Welcome to Our Customer Resources Page!
Whether you are a first-time importer or one of our experienced clients looking for information about Customized Brokers and our business, we invite you to explore the materials provided below.
- First-Time Importers
Importing goods into countries for the first time can be a complex process. Customized Brokers has built an unparalleled knowledge base in compliance issues and outstanding relationships with U.S. Customs, the FDA and USDA. View our detailed first-time importers information for the necessary steps to begin importing.
- Pest Alerts
Keep yourself aware of invasive or newly emerging pest issues and diseases that will affect your perishable international cargo shipments. More on pest alerts here.
We may be visiting your area soon! View our upcoming tradeshow schedule .
- Frequently Asked Questions
Fresh produce deserves fresh thinking. Access our frequently asked questions to assist in the import process.
- Wood Packing Regulations
Using untreated wood packaging materials violates the USDA rule. When loading ocean containers or domestic trailers, ensure the treatment stamp on pallets and cartons is visible when doors are open and inspections are done. If the stamp is not visible during the inspection, cargo will be marked for stripping and, if it is not in compliance, the shipment will be re-exported or rejected.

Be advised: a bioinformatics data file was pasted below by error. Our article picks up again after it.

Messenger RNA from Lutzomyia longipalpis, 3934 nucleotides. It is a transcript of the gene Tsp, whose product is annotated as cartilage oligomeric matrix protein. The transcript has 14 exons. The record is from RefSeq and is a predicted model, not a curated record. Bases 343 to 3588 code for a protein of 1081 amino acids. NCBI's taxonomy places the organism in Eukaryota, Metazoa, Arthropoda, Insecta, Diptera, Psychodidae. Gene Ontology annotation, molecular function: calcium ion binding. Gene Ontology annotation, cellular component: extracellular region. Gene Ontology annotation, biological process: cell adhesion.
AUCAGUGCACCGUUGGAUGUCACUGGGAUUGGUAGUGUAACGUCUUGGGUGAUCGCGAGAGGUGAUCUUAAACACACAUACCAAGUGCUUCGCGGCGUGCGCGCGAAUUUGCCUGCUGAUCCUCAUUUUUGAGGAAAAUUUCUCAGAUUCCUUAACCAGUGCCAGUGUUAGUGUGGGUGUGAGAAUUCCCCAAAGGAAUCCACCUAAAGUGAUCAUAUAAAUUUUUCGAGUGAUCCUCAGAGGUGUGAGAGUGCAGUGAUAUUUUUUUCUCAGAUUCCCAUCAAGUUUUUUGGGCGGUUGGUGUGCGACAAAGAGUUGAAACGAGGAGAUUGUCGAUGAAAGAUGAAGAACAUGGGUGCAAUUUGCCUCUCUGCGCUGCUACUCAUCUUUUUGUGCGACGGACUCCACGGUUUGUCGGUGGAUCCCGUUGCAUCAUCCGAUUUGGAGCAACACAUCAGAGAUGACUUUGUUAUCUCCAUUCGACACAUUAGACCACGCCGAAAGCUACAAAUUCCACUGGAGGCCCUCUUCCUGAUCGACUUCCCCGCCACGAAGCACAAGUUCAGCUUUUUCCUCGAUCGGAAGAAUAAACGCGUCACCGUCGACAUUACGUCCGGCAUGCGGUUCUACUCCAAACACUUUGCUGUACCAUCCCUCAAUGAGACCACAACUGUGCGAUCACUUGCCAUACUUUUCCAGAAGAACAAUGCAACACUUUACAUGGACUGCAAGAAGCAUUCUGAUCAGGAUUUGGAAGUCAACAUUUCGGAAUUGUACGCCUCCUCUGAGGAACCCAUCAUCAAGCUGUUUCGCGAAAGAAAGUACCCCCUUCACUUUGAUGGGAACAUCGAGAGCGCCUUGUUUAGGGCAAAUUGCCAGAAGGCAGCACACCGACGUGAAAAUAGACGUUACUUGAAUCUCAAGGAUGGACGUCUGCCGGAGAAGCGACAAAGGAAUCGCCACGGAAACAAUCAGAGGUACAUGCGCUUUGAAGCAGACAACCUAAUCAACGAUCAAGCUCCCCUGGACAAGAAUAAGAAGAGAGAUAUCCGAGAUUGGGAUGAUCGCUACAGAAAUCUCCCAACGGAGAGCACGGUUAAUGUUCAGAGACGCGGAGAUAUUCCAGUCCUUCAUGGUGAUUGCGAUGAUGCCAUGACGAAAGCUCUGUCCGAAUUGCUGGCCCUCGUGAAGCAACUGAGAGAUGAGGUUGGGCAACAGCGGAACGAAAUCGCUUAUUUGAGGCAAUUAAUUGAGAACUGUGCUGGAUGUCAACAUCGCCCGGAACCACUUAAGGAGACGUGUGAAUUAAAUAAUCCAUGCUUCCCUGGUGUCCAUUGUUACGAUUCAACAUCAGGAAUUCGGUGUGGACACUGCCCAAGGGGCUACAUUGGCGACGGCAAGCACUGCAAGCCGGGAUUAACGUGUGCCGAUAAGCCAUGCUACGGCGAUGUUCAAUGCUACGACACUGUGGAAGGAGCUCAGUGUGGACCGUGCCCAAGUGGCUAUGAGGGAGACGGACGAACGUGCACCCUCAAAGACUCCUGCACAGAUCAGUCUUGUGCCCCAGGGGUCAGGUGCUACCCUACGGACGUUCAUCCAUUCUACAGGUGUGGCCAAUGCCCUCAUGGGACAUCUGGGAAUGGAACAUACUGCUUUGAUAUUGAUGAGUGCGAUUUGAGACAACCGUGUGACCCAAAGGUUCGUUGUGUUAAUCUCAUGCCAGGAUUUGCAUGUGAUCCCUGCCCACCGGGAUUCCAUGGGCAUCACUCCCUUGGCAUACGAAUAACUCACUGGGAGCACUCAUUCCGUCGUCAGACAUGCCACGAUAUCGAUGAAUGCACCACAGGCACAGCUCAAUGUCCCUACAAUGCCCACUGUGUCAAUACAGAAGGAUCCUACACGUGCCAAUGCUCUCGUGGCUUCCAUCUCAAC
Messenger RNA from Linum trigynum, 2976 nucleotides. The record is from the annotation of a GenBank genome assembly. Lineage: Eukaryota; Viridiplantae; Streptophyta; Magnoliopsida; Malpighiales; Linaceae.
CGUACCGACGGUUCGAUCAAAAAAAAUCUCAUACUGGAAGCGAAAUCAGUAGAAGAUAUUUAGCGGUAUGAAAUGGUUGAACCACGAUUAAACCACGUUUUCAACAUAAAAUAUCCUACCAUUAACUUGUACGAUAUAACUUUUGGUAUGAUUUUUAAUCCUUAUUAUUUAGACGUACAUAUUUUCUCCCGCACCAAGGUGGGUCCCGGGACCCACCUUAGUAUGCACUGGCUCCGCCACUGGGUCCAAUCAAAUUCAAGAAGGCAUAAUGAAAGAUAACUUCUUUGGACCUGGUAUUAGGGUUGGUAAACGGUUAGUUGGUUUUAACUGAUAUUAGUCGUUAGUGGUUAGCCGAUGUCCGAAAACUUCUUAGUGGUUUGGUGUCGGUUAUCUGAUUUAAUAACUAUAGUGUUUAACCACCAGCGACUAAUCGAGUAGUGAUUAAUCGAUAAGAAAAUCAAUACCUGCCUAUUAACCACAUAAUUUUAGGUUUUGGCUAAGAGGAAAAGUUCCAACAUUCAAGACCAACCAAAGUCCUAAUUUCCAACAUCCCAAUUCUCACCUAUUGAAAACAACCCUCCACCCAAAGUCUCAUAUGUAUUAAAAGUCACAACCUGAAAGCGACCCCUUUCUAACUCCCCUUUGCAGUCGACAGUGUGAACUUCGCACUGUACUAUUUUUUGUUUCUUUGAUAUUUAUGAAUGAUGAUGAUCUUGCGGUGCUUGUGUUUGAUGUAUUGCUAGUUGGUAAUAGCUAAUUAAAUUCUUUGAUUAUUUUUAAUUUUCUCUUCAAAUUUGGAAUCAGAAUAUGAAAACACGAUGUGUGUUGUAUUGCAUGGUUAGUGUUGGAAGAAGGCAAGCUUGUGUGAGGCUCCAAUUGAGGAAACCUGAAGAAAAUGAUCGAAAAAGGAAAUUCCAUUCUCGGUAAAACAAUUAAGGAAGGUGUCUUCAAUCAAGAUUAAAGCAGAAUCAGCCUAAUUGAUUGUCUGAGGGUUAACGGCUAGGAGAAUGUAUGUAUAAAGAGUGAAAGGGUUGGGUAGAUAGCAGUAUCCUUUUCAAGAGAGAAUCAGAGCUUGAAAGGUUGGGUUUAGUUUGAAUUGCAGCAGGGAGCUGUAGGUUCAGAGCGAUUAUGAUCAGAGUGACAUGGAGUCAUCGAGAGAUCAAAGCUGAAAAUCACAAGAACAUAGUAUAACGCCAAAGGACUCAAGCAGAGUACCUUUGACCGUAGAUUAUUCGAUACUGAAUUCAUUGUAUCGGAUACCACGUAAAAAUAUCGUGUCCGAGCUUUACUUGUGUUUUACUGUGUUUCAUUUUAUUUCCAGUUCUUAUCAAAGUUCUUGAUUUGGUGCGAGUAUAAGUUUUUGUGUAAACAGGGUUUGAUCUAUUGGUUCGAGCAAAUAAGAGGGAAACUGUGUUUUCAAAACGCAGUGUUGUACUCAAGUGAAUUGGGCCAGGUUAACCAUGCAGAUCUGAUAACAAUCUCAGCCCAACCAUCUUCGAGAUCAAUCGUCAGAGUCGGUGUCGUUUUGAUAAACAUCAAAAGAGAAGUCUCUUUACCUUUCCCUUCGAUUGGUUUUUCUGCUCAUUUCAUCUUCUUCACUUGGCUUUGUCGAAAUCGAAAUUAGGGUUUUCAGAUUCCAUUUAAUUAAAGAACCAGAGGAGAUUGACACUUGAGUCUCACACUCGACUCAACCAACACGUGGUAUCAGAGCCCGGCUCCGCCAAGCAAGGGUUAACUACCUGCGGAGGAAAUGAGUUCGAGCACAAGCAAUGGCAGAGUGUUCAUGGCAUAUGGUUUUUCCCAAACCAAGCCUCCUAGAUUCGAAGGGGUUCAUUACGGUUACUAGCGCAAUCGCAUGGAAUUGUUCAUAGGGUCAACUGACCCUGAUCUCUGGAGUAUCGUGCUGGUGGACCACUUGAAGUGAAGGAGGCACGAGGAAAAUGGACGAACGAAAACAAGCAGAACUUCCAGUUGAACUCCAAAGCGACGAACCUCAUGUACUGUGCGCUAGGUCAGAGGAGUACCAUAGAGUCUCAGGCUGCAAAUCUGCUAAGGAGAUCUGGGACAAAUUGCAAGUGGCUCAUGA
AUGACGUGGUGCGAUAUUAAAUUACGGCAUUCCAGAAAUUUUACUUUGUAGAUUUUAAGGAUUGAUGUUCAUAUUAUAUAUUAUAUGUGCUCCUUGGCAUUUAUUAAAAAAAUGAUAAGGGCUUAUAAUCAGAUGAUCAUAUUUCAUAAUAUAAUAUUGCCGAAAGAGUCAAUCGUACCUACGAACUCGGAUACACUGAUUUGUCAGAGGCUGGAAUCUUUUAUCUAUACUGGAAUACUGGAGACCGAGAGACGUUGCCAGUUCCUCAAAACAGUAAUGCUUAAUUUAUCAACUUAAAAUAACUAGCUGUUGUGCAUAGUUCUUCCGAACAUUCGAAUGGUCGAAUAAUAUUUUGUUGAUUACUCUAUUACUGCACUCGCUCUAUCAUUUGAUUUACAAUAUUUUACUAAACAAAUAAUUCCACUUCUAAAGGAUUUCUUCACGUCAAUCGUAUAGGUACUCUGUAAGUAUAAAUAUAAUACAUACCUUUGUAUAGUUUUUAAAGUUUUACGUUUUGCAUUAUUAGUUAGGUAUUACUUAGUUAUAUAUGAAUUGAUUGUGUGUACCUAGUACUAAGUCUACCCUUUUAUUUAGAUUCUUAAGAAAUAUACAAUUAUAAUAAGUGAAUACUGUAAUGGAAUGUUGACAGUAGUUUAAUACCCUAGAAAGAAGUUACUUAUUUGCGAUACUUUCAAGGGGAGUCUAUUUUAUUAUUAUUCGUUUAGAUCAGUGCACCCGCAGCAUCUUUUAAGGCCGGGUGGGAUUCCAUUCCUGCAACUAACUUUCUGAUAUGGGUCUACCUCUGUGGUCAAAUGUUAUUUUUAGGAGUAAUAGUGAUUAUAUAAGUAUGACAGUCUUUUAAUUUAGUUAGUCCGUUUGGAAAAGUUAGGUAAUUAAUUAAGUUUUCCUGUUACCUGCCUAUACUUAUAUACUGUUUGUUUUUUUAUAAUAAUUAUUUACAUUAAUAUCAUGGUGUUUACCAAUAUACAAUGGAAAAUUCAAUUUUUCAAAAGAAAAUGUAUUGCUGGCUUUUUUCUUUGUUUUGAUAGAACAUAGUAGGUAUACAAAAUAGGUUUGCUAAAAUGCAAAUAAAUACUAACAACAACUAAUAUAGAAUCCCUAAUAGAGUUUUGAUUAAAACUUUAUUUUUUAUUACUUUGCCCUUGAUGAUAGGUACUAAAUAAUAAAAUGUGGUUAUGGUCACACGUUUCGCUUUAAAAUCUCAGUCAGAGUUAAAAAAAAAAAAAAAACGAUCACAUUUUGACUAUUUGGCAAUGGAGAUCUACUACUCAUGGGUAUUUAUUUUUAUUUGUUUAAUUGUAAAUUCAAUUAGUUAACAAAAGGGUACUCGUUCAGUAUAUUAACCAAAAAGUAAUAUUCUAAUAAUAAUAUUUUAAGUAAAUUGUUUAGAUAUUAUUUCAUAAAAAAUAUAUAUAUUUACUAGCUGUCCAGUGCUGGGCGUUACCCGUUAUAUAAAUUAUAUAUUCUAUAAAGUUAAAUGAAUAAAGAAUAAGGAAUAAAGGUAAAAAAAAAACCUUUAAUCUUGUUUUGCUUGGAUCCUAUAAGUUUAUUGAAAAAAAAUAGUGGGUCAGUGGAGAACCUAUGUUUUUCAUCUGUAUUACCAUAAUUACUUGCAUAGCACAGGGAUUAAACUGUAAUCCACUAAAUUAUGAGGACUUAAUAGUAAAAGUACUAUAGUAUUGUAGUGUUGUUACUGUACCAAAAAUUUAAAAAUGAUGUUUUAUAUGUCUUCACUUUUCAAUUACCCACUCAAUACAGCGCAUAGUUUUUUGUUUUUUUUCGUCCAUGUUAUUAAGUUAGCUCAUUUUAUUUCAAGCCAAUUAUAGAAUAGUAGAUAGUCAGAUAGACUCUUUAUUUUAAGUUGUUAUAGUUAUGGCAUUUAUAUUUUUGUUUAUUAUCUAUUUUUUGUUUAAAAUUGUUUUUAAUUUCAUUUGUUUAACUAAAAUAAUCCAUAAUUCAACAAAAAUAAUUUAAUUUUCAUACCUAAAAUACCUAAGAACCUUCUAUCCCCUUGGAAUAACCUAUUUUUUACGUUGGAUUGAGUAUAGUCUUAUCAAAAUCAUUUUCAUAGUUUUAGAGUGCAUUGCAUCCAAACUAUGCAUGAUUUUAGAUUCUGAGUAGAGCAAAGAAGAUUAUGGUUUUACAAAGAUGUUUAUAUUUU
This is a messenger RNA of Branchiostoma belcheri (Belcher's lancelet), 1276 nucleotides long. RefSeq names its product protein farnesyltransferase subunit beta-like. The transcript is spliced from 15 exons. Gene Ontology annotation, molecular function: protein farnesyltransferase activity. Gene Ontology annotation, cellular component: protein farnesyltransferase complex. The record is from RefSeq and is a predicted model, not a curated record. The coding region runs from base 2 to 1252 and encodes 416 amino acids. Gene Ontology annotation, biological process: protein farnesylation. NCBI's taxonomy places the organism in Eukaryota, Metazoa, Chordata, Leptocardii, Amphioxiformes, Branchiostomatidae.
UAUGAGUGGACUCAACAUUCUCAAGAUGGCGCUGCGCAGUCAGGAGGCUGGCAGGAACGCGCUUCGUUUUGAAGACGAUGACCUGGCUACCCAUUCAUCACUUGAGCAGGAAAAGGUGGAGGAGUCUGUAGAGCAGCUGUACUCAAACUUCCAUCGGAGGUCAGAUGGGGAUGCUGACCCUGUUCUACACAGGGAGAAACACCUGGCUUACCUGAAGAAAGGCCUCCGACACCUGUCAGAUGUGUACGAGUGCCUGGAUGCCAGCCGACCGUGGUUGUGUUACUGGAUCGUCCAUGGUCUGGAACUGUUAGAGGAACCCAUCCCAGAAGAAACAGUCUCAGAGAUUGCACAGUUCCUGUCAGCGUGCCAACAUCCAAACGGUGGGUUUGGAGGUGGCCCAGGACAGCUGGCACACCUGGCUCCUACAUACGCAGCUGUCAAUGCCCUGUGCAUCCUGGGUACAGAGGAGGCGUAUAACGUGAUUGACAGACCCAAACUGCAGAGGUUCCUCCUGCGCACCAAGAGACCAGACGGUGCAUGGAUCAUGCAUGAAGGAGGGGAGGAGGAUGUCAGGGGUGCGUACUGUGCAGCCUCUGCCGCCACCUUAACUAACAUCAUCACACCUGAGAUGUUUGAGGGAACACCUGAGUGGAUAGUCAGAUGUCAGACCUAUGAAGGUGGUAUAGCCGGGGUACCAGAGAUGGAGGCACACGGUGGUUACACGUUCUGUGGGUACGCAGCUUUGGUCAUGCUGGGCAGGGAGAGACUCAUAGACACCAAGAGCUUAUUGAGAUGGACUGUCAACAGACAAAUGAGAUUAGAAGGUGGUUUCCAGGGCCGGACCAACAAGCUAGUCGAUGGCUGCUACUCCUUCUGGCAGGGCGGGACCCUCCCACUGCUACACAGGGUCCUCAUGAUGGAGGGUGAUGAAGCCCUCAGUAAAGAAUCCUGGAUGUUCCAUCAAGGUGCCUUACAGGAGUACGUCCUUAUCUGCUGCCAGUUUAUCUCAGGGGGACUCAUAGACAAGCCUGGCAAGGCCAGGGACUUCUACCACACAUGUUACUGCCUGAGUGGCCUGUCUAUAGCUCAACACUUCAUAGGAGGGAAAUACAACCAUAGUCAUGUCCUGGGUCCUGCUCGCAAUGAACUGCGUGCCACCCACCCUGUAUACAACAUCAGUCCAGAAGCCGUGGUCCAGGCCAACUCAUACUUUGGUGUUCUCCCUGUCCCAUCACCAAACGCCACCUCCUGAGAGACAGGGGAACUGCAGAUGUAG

For more detail on wood packing stamp regulations view here. Also available for download is a USDA overview of wood Packing regulations in Port Everglades. Access it here:
- Best Practices for Transporting Produce
The North American Produce Transportation Working Group (NAPTWG) has released best practice guidelines for the transportation of produce. Download it here:
- 2016 Thanksgiving Holiday Nov 24th & 25th- Holiday Port Closures
- 2016 Election Day and Veterans Day - Holiday Port Closures
- USDA Opens Comment Period for Colombian Avocado Access
- Anti-Dumping/Countervailing Regulatory Assistance
- APHIS Approves Importation Of Fresh Tangerines, Clementines and Mandarins From Morocco Into Continental U.S.